True generosity gives sacrificially. Jesus’ model for generosity was a widow who gave her last penny. One day Jesus was at the temple watching some wealthy people give their offering, but then a poor widow came to give only two small coins. He told His disciples, “This poor widow has put in more than all the others. All these people gave their gifts out of their wealth; but she out of her poverty put in all she had to live on” (Luke 21:3-4). Generous people understand the amount sacrificed always supersedes amount given.
True generosity gives cheerfully. Generous people want to give as an act of worship in response to who God is and all that He’s done. 2 Corinthians 9:7 says, “Each of you should give what you have decided in your heart to give, not reluctantly or under compulsion, for God loves a cheerful giver.” We should not give grudgingly out of guilt or obligation. Generosity is giving thoughtfully, voluntarily and with a joyful spirit.
God does not ask of us anything that He has not first done for us. The most famous verse in the Bible begins, “For God so loved the world that He gave…” (John 3:16). God is the ultimate model for true generosity. You and I are made in the image of God and we are most like Him when we give. Together, let’s take our next step to becoming the generous person God has made us to be.
Take your next step to becoming the generous person God has called you to be by participating in an upcoming Legacy Journey class. Learn how to manage your wealth responsibly and share it to make an impact in the lives of the Kingdom of God for generations to come during this 7-week class.
If you are like most people, you cringe when you hear the word budget. And you’ve probably already thought of three reasons you don’t need one. Or maybe you know it’s something you should do, but never get around to actually doing it. No matter what your story is, it’s time to accept the reality that we all need a budget!
Be sure you know the condition of your flocks, give careful attention to your herds. (Proverbs 27:23 NIV)
Budgeting is an essential part of a faithful steward’s life. God has entrusted everyone with resources, and the Bible calls us to carefully manage it (Proverbs 27:23). Budgeting is an important spiritual discipline that puts God in charge of your finances.
If you aren’t already living on a budget, then the process of actually creating a budget might seem overwhelming. And the thought of sticking to a budget may feel like the equivalent of sucking all the fun out of your life. But a budget isn’t about complicating your life. It actually makes your life easier by knowing where your money is going. Don’t think of it as rules for how you can’t spend your money. It’s really giving yourself permission to spend because you’ve planned ahead of time.
So let me answer a few questions and share some keys to budgeting success.
When should you create your budget? Before the beginning of each month you should sit down and make a plan for your money. If you are married, then do this together with your spouse. Turn budgeting into a habit by making it a recurring monthly event on your busy calendar. I suggest doing this 5 to 10 days prior to the first day of the month.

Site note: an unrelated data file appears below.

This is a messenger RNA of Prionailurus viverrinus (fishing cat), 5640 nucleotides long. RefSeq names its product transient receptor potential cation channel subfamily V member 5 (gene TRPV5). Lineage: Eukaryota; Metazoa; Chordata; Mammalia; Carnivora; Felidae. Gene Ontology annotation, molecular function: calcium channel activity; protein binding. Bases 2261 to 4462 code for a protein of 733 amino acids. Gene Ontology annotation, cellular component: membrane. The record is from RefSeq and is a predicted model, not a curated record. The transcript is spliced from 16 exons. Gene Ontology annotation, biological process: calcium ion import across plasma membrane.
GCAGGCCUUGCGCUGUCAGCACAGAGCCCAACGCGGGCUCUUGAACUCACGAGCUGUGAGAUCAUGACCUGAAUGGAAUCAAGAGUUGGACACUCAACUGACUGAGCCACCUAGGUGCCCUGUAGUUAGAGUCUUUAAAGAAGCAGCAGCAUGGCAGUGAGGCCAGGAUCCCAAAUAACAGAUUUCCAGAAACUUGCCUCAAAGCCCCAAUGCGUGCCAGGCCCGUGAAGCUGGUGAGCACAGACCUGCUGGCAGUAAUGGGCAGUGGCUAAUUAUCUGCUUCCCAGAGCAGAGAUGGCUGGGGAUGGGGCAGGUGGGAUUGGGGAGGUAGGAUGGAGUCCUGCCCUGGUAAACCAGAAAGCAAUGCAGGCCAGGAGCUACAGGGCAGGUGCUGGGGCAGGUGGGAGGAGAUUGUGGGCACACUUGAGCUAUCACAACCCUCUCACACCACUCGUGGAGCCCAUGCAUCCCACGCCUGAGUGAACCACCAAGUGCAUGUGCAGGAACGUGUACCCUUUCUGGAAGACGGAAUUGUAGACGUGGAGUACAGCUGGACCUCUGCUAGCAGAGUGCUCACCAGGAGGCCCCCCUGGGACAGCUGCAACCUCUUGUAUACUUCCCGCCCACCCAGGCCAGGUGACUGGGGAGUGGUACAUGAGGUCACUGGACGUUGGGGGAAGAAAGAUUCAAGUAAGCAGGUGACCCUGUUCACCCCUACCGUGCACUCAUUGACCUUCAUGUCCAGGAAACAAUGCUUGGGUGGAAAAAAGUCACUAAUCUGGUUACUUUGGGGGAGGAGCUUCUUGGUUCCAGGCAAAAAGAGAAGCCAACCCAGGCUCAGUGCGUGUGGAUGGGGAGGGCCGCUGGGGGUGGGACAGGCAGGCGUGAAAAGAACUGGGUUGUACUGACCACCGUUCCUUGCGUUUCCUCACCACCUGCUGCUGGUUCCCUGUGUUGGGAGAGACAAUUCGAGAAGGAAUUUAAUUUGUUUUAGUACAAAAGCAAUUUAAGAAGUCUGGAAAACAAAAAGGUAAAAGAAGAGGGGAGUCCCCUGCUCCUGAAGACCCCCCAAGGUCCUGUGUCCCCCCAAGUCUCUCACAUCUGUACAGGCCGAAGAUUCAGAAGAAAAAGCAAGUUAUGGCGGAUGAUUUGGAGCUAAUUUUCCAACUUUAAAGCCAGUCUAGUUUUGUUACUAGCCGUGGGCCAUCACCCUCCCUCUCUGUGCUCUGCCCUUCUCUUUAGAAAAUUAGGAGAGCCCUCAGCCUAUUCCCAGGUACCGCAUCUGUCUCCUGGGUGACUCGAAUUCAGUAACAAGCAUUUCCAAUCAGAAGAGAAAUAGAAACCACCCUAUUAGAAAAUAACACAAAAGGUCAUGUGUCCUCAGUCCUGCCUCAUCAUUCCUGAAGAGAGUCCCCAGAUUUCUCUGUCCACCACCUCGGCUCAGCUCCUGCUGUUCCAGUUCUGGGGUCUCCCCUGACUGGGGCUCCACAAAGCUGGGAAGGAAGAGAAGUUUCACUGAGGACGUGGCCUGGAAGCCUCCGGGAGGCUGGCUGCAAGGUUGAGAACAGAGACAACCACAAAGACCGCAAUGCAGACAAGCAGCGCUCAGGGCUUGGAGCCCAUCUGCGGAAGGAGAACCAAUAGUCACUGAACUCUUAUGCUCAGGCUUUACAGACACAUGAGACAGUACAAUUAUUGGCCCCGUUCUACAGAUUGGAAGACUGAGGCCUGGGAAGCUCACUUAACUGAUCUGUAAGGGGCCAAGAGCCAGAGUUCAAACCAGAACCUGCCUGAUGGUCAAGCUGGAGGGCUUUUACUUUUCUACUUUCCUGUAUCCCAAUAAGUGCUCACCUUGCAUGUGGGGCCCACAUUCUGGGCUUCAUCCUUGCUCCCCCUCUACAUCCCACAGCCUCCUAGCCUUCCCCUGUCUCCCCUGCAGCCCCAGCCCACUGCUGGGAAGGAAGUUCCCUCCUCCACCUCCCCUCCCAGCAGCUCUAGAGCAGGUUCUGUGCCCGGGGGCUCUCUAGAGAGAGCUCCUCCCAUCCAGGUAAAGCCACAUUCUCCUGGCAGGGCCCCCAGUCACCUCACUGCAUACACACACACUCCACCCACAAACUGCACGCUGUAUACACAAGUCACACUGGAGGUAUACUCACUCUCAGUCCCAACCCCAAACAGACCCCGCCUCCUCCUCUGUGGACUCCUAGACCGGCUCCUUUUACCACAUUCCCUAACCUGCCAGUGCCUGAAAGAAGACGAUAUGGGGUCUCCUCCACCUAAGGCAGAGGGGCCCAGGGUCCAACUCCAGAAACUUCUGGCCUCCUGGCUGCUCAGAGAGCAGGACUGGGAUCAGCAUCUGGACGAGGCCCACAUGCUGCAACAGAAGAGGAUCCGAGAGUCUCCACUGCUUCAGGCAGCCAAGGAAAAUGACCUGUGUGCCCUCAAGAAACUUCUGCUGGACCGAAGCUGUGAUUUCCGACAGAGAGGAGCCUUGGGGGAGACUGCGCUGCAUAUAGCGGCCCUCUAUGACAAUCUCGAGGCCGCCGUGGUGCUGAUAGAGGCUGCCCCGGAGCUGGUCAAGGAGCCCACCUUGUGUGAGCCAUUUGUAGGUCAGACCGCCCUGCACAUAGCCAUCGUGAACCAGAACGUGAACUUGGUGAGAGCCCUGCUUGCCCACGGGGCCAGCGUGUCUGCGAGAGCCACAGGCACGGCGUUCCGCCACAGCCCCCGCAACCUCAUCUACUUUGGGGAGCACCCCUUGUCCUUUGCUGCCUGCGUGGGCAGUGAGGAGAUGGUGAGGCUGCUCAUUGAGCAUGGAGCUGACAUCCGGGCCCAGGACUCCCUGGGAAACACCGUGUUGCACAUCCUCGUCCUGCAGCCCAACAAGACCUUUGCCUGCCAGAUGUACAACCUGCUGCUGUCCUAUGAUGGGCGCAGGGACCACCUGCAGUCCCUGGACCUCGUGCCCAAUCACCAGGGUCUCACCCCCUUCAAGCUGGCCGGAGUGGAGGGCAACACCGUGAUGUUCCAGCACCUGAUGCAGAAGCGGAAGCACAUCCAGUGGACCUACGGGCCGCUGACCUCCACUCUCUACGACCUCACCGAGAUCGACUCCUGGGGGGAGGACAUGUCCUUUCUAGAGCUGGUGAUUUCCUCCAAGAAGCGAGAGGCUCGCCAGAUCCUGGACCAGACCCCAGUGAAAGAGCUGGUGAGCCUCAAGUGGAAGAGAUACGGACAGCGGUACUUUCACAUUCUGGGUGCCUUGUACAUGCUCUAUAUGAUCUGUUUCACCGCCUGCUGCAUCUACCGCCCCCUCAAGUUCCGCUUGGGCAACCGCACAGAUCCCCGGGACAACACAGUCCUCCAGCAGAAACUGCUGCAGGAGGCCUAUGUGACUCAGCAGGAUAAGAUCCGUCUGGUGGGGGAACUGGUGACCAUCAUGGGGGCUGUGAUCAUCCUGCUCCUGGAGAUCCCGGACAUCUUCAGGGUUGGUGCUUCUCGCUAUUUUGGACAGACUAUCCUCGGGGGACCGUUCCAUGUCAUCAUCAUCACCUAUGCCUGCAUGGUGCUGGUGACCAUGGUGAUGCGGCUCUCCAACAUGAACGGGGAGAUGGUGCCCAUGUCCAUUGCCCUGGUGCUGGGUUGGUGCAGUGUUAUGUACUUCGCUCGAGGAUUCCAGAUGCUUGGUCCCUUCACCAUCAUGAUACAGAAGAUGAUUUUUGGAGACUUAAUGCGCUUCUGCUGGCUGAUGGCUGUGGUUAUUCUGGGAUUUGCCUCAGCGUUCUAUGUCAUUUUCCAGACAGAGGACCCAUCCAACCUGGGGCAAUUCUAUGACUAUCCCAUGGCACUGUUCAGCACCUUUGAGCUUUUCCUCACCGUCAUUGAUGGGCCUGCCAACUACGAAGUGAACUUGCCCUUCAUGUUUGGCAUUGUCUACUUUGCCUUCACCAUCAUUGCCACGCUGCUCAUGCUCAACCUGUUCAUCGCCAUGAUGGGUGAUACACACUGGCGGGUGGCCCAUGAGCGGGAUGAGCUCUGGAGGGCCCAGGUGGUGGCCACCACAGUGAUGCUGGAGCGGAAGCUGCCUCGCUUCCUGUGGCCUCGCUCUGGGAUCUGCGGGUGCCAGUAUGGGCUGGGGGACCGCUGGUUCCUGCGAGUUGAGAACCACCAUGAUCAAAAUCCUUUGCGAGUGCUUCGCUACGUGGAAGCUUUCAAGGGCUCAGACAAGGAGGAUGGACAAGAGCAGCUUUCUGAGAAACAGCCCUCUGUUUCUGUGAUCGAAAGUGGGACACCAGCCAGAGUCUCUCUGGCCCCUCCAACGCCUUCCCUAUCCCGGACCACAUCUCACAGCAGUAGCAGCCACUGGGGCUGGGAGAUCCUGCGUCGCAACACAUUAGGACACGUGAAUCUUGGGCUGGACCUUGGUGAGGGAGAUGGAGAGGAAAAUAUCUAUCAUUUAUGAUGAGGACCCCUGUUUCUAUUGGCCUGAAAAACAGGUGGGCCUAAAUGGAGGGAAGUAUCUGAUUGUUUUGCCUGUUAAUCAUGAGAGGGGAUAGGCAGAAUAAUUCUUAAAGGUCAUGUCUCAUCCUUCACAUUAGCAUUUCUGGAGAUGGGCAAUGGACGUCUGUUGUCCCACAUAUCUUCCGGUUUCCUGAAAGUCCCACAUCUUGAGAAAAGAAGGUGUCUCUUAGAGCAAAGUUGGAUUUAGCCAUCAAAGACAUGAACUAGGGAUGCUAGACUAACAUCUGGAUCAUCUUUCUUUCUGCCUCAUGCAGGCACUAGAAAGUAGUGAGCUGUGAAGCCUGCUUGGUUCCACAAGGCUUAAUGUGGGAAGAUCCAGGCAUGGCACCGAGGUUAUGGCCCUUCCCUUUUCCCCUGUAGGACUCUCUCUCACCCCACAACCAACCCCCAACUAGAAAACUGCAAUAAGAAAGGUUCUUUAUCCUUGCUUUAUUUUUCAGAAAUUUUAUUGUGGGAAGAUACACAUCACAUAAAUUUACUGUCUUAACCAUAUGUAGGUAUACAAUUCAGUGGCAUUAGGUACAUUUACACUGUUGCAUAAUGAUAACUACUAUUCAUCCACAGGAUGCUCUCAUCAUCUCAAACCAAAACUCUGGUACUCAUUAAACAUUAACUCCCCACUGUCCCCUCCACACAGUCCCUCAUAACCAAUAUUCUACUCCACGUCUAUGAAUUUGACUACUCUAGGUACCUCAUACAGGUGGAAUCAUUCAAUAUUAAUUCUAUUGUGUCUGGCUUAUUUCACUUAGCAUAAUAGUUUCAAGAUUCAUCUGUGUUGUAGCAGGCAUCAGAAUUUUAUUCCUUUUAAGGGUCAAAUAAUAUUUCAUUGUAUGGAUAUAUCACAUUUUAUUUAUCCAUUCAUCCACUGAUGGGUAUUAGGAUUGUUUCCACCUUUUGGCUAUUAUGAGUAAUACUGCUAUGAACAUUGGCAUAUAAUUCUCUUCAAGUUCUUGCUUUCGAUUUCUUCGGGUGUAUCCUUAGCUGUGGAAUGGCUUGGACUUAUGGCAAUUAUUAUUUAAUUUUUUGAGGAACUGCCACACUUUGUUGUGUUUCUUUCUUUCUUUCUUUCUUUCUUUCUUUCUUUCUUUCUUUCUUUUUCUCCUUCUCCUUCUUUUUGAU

How do you make a budget? Start by figuring out how much money you have to work with for the upcoming month. And be sure to include all sources of income. Include your income, your spouse’s income and any other money you plan to take in (i.e., yard sale earnings).
Next, spend every dollar on paper, on purpose. Give every dollar a name. When you finish planning for the month ahead, you should be able to subtract your expenses from your income to equal zero. Your budget isn’t complete until there is a plan for all of that month’s money.
Honor the Lord with your wealth and with the best part of everything you produce. (Proverbs 3:9 NLT)
The order in which you budget money is important. Give, then save and then spend — in that order. The Bible instructs us to give to God first (Proverbs 3:9). Calculate 10% of your total income for the month and set that aside for your tithe. Saving should be your next priority. Pay yourself and prepare for future needs and wants. If you don’t budget giving and saving first, then you may spend everything and have nothing left. Now you are ready to allocate money to all the other categories where you will spend that month.
What should you do when you get to the bottom of your budget and there is money left over? Well, after you finish your happy dance, make sure you put that money to good use. Maybe add some money to savings for a future expense. Or give yourself some “fun money” that month and satisfy your desire for (planned) spontaneity. However, be prepared to make some cuts when your expenses add up to more than that month’s income. Don’t budget to spend money you won’t have.
Budgeting isn’t a one-time exercise. Each month has a different set of expenses. Some expenses are fixed and remain the same each month. But many budget categories are flexible and will change from month to month. In September we celebrate the birthday of several friends and family, so our budget for gift giving increases. August is back-to-school month and that means planning to buy lots of school supplies. Budgeting apps like EveryDollar by Ramsey Solutions make it easy to create a budget each month and track your spending while on the go.
When you first start living on a budget, expect it will take a few months to get the hang of it. You may forget to plan for an expense or overspend in some category, but don’t get discouraged and give up. Just review your budget and make adjustments. With a little patience and some determination, in a few months, you will have a budget you can rely on and some new positive money habits.
Get more help with budgeting by participating in next Financial Peace University class. Learn biblical principles for managing money, spending and saving wisely, and eliminating debt during this 9-week class.
Raising Financially Healthy Kids
April 25, 2018
True Generosity: Characteristics of a Generous Person
May 1, 2017
Marriage and Money: Five Tips for a Healthy Marriage
April 3, 2017